Nonlinear pedagogy is a powerful paradigm for understanding human movement and for designing effective teaching, coaching and training programs in sport, exercise and physical education. It addresses the inherent complexity in the learning of movement skills, viewing the learner, the learning environment and the teacher or coach as a complex interacting system, with the constraints of individual practice tasks providing the platform for functional movement behaviours to emerge. This is the first book to explain this profoundly important new approach to skill acquisition, introducing key theoretical ideas and best practice for students, teachers and coaches.
The first section of the book offers a general theoretical framework to explain processes of skill acquisition and the learning of movement skills. The book then defines nonlinear pedagogy, and outlines its key principles of practice. It offers a thorough and critical appraisal of the optimal use of instructional constraints and practice design, and discusses methods for creating challenging and supportive individualised learning environments at developmental, sub-elite and elite levels of performance. Every chapter contains cases and examples from sport and exercise contexts, providing guidance on practice activities and lessons. Nonlinear Pedagogy in Skill Acquisition is an essential companion for any degree level course in skill acquisition, motor learning, sport science, sport pedagogy, sports coaching practice, or pedagogy or curriculum design in physical education.
Table of Contents
1. Overview and introduction to skill performance and learning 2. (Re)organising movement system degrees of freedom to achieve task goals 3. An Ecological Dynamics rationale for a Nonlinear Pedagogy 4. Nonlinear Pedagogy: An Overview of Key principles 5. The role of functional, adaptive variability in promoting individualized learning 6. Specificity of transfer and representative learning design 7. Provision of information to stabilize perception-action couplings 8. Manipulating instructional constraint to encourage exploratory learning 9. Practice Task Organisation and Movement Variability 10. Practice Task Organisation and Movement Variability 11. Why do we do what we do?: Applications of a Nonlinear Pedagogy in Physical Education and Sport Contexts 12. The Motivational Impact of Nonlinear Pedagogy 13. Emotions of learning in a Nonlinear Pedagogy perspective
Jia Yi Chow is currently the Assistant Dean (Degree Programme) at the Office of Teacher Education and a member of staff at the Physical Education and Sports Science Academic Group at the National Institute of Education, Nanyang Technological University, Singapore. His primary research area is in nonlinear pedagogy, which is underpinned by key theoretical perspectives from dynamical systems and ecological psychology. His other research interests include examining multi-articular coordination and visual search strategies captured within sports expertise. Jia Yi works closely with the Physical Education and Sports Teachers Academy (PESTA) at the Ministry of Education, Singapore, and also the Singapore Sports Institute.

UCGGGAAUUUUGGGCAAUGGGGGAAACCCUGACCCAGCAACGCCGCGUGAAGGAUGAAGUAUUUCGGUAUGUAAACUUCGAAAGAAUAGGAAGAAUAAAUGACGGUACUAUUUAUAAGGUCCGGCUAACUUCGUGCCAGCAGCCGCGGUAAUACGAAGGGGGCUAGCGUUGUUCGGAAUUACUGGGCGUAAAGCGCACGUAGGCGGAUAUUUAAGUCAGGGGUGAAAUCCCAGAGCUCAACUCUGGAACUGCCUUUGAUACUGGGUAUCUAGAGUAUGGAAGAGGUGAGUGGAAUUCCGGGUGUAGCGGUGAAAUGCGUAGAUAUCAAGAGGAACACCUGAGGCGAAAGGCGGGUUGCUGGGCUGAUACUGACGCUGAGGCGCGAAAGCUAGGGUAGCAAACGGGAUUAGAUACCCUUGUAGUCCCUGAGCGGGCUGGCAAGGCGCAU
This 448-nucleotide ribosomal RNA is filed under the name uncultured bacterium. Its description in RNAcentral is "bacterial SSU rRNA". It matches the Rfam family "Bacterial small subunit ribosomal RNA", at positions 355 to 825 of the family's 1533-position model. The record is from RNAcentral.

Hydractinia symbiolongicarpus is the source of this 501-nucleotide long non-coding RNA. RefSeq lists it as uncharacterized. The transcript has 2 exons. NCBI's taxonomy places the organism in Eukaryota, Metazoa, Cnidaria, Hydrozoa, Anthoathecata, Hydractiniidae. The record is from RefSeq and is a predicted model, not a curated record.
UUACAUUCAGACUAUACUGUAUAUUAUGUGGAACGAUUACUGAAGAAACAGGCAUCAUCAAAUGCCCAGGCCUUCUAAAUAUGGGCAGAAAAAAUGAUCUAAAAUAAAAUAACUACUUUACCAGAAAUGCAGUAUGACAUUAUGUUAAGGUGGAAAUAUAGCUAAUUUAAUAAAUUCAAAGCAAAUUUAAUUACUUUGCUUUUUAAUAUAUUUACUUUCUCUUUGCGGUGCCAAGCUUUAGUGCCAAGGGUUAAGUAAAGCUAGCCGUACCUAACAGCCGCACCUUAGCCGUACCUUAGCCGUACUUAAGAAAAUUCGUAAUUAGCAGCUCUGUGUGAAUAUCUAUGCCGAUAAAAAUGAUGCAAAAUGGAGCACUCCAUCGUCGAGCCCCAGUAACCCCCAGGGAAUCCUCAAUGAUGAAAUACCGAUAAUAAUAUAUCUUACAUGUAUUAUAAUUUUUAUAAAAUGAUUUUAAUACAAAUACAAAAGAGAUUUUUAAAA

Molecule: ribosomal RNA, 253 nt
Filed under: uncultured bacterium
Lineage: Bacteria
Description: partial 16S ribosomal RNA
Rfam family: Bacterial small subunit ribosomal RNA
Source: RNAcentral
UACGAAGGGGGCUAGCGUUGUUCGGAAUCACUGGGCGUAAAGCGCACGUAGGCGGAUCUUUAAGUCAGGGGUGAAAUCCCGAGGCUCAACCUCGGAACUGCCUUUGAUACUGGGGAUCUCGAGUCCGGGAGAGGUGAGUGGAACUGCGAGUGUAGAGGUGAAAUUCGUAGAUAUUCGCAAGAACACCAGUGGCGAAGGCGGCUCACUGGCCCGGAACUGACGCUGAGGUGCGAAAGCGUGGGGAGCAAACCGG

Keith Davids is Professor of Motor Learning at the Centre for Sports Engineering Research, Sheffield Hallam University, UK. He currently holds the position of Finnish Distinguished Professor at the Faculty of Sport and Health Sciences, University of Jyväskylä, Finland. He has held professorial positions in the UK, New Zealand, Australia and Finland. His research in ecological dynamics investigates constraints on emergent coordination tendencies in athletes and sports teams. These key ideas have been integrated into a nonlinear pedagogy, informed by his work on motor learning design in sport. He currently supervises doctoral students from the UK, France, Finland, Portugal, Australia and New Zealand. He has worked with elite sport development agencies including the New Zealand South Island Academy, the Queensland Academy of Sport, the Australian Institute of Sport, Diving Australia, Cricket Australia and the English Institute of Sport.
Chris Button works at the School of Physical Education, Sport and Exercise Sciences, University of Otago in Dunedin, New Zealand. His research interests include fundamental movement skill development and water safety. Chris also coaches (football) and provides a skill-acquisition consultancy for a number of sports in New Zealand. Chris is an executive committee member of the Australasian Skill Acquisition Research Group (ASARG).
Ian Renshaw is based in the School of Exercise & Nutrition Sciences, Queensland University of Technology, Brisbane, Australia. His research interests are in ecological dynamics and nonlinear pedagogy with particular emphasis on the development of sporting expertise. Ian is currently Head Coach of Toombul DCC in the Brisbane Grade Cricket competition. Ian is also an executive committee member of the Australasian Skill Acquisition Research Group (ASARG).